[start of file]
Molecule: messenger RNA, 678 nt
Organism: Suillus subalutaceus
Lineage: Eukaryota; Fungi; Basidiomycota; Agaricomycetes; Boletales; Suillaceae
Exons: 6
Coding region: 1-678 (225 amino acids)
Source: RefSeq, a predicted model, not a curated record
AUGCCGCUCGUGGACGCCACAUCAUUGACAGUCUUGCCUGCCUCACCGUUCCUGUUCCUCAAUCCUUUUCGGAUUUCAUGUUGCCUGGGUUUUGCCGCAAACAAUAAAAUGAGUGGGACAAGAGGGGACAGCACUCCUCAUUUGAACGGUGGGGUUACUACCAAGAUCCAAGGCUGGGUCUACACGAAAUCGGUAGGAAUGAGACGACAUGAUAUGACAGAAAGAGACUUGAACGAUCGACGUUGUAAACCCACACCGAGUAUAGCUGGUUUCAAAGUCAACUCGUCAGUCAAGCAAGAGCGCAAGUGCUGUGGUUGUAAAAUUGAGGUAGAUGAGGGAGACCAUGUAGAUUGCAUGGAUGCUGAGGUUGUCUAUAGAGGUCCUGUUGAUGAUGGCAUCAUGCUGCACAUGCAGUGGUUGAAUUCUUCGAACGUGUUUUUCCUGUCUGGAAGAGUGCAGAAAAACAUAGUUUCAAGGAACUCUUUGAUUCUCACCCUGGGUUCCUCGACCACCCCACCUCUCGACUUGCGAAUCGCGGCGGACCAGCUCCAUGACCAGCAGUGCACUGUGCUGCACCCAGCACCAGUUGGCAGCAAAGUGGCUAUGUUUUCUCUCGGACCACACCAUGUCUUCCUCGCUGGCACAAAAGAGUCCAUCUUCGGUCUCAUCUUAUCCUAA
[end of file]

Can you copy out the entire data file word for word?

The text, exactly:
Molecule: messenger RNA, 678 nt
Organism: Suillus subalutaceus
Lineage: Eukaryota; Fungi; Basidiomycota; Agaricomycetes; Boletales; Suillaceae
Exons: 6
Coding region: 1-678 (225 amino acids)
Source: RefSeq, a predicted model, not a curated record
AUGCCGCUCGUGGACGCCACAUCAUUGACAGUCUUGCCUGCCUCACCGUUCCUGUUCCUCAAUCCUUUUCGGAUUUCAUGUUGCCUGGGUUUUGCCGCAAACAAUAAAAUGAGUGGGACAAGAGGGGACAGCACUCCUCAUUUGAACGGUGGGGUUACUACCAAGAUCCAAGGCUGGGUCUACACGAAAUCGGUAGGAAUGAGACGACAUGAUAUGACAGAAAGAGACUUGAACGAUCGACGUUGUAAACCCACACCGAGUAUAGCUGGUUUCAAAGUCAACUCGUCAGUCAAGCAAGAGCGCAAGUGCUGUGGUUGUAAAAUUGAGGUAGAUGAGGGAGACCAUGUAGAUUGCAUGGAUGCUGAGGUUGUCUAUAGAGGUCCUGUUGAUGAUGGCAUCAUGCUGCACAUGCAGUGGUUGAAUUCUUCGAACGUGUUUUUCCUGUCUGGAAGAGUGCAGAAAAACAUAGUUUCAAGGAACUCUUUGAUUCUCACCCUGGGUUCCUCGACCACCCCACCUCUCGACUUGCGAAUCGCGGCGGACCAGCUCCAUGACCAGCAGUGCACUGUGCUGCACCCAGCACCAGUUGGCAGCAAAGUGGCUAUGUUUUCUCUCGGACCACACCAUGUCUUCCUCGCUGGCACAAAAGAGUCCAUCUUCGGUCUCAUCUUAUCCUAA